Chart a Course for Shipping

 | Jul 28, 2014 | 2:00 PM EDT  | Comments
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A CNBC this morning mentioned that the ultra-wealthy are upping their contribution of private equity funds. Members of the Tiger 21 group now have about 22% of their portfolios in private equity (PE) funds. It makes sense: Having almost doubled the market's rate of return over the past 10 years, private equity continues to be one of the top performing asset classes. The smart patient money has consistently done better than the stock market for decades now as patience and price provide above-average payoffs.

I have long been an advocate of adopting the private equity mind set by paying attention to the price paid for a company or asset relative to its valuation and then exercise the patience for things to improve. The average investor holds shares for well less than a year while the average PE investor holds shares for more than five years. The longer holding period explains much of the outperformance. PE investors cannot trade on emotion or news flow, as they can't unload positions in milliseconds. This tends to make them more focused on what they pay for a company and they enter a position knowing that they will hold it for years.

I have found over the years that following private equity investors into sectors of the economy and even regions of the world can pay off big if I am willing to adopt their same value-conscious, patient time frame. One sector that has been attracting heavy attention from private equity for some time now is shipping, where the stocks are trading at bargain levels.

The Baltic Dry Index is trading near 18-month lows because the global recovery is still not strong enough to support sustained higher rates. Older vessels have not been scrapped quite as quickly as many had hoped over the past years and there is still some over-capacity in the industry. This has kept a cap on rates and could hamper profits for the second quarter. A bunch of shipping names are reporting earnings in the next week and the chances of earnings disappointments and stock price declines would seem to be pretty good.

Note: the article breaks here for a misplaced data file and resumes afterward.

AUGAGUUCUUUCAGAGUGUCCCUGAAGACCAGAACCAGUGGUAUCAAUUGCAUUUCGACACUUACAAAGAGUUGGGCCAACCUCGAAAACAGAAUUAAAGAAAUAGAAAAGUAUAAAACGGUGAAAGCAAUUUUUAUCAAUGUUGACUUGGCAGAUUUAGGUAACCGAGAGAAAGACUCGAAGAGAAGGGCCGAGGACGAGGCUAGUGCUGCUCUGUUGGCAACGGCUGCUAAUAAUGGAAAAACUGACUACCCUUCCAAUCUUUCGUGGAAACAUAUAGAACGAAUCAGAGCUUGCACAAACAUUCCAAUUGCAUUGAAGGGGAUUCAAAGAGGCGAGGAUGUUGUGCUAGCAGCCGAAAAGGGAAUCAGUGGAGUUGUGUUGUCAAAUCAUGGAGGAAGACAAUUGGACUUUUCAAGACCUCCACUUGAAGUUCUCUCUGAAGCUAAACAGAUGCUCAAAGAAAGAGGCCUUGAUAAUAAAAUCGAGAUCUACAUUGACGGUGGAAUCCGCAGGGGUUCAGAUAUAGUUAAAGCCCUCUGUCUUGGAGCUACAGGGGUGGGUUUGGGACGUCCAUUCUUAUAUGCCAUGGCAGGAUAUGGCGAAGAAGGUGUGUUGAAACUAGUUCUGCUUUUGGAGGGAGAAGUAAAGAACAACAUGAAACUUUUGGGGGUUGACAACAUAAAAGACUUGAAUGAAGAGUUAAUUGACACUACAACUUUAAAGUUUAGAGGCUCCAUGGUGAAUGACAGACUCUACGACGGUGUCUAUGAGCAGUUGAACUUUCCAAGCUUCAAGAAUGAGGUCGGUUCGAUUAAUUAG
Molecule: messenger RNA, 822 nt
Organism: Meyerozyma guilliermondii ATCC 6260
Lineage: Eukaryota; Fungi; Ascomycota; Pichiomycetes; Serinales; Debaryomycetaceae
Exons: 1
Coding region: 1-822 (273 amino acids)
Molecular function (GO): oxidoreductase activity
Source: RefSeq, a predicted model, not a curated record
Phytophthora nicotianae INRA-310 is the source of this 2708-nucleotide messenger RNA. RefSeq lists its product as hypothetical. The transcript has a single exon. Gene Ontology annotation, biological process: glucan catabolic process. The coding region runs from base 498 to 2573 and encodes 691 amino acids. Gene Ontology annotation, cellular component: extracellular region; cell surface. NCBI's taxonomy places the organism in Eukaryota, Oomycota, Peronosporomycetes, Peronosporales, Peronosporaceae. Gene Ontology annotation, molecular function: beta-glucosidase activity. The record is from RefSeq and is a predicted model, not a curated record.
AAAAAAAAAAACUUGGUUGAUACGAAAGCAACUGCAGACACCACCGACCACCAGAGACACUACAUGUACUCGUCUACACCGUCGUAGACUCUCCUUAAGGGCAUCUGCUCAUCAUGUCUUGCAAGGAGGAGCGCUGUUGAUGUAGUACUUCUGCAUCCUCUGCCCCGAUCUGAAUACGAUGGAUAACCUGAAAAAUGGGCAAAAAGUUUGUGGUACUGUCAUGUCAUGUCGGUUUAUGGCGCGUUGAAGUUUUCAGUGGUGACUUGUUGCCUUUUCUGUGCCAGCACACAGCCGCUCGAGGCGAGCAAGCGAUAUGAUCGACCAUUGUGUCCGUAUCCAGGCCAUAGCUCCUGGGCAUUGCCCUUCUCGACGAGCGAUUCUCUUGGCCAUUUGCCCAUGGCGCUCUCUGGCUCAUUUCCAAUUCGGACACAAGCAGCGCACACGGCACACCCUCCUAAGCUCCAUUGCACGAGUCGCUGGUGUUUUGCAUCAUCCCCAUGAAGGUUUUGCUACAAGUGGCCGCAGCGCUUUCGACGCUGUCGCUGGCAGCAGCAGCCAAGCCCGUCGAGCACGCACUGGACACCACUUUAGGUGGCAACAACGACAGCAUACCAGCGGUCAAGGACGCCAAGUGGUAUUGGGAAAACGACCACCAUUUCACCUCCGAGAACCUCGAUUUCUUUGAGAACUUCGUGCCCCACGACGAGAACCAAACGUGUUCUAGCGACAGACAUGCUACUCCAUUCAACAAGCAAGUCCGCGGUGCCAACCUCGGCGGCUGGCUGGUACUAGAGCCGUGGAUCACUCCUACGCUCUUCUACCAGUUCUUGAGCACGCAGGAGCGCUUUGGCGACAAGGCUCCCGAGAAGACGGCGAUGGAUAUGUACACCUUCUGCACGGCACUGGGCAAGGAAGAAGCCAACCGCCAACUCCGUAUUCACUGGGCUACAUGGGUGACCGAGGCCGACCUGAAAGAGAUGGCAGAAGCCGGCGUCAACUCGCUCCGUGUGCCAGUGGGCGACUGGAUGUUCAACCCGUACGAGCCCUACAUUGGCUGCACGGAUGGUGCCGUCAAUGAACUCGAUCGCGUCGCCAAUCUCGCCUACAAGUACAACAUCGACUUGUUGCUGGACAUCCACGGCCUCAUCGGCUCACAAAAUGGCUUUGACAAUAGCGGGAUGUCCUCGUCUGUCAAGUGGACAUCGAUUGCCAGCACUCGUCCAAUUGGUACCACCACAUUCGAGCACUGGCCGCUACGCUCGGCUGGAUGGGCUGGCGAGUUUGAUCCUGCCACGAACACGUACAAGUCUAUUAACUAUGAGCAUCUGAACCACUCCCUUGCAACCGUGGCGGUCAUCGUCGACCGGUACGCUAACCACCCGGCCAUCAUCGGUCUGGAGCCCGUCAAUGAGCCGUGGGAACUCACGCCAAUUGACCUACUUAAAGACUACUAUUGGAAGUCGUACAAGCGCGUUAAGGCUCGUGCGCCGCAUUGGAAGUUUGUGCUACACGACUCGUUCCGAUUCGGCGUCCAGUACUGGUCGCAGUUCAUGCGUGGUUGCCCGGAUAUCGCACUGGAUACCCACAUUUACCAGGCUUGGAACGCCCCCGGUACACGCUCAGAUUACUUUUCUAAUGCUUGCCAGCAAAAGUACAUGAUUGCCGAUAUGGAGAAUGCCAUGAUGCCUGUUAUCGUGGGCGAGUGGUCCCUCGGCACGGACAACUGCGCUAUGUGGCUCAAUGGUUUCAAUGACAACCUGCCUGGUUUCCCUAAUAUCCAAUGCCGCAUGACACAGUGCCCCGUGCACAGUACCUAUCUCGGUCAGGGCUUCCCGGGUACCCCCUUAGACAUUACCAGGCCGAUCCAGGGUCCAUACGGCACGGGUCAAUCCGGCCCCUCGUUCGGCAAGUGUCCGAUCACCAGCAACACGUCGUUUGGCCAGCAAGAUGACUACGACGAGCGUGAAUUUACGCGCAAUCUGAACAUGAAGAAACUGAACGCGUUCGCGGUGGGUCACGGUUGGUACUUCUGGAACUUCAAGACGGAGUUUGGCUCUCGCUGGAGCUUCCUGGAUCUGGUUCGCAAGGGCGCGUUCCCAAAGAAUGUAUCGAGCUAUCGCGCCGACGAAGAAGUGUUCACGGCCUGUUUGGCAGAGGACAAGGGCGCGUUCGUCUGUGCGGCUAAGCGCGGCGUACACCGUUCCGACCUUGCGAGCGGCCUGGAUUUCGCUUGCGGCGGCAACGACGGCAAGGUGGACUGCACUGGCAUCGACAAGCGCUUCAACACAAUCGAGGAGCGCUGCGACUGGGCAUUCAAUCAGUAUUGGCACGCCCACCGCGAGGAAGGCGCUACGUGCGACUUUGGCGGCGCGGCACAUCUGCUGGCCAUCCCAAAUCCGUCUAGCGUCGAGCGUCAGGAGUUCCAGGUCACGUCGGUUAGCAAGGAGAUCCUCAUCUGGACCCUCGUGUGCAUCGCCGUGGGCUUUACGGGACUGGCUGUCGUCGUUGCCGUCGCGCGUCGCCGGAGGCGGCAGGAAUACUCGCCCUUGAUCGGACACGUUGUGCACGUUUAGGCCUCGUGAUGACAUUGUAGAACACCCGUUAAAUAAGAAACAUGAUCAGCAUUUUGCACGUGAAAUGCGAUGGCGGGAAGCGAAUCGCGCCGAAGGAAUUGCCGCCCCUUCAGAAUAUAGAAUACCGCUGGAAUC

Diana Shipping (DSX) has seen its stock decline steadily the past few months as investors soured somewhat on the shipping business. They report earnings tomorrow and analysts are expecting them to lose $.08 a share on revenues of $43 million. That is actually a little worse than last year's loss of $.06 a share for the Grecian dry bulk shipper .If the loss is much higher than that the shares could fall further. Right now the stock trades at 65% of book value so a decline for here could create an ultra-cheap bargain issue for investors with a private equity mindset.

Baltic Trading (BALT) could give investors a second chance this week. The company is scheduled to report earnings on Wednesday. I do not see any analyst expectations on the stock, so we will just have to hope for numbers worse than last year's that will spur some selling. The stock is selling at 78% of book value and an earnings-related plunge that took the stock back below 70% would be a great entry point for aggressive, patient investors.

Navios Maritime Holdings (NM) isn't set to report earnings until Aug. 21, but its stock has also been declining this year as the industry results have been lower than many had hoped to see. Analysts are expecting Navios to lose $0.13 a share on revenues of $135.2 million. That is a little better than last year's results of $0.16 per share loss on sales of $125.75 million. If the company falls short because of overcapacity and low rates, we could see the stock decline further. Right now, the stock is trading at 75% of book value, so a decline would create a meaningful bargain in this company.

The ultra-wealthy like private equity because it provides high returns over time. While we may not be able to get in on the action, we can use the mindset of private equity fund managers to dramatically increase our long-term returns. It looks like the shipping industry may be giving us a chance to practice smart patient investing by buying up companies at very low prices with the expectation of selling them at very high prices in five years or so.

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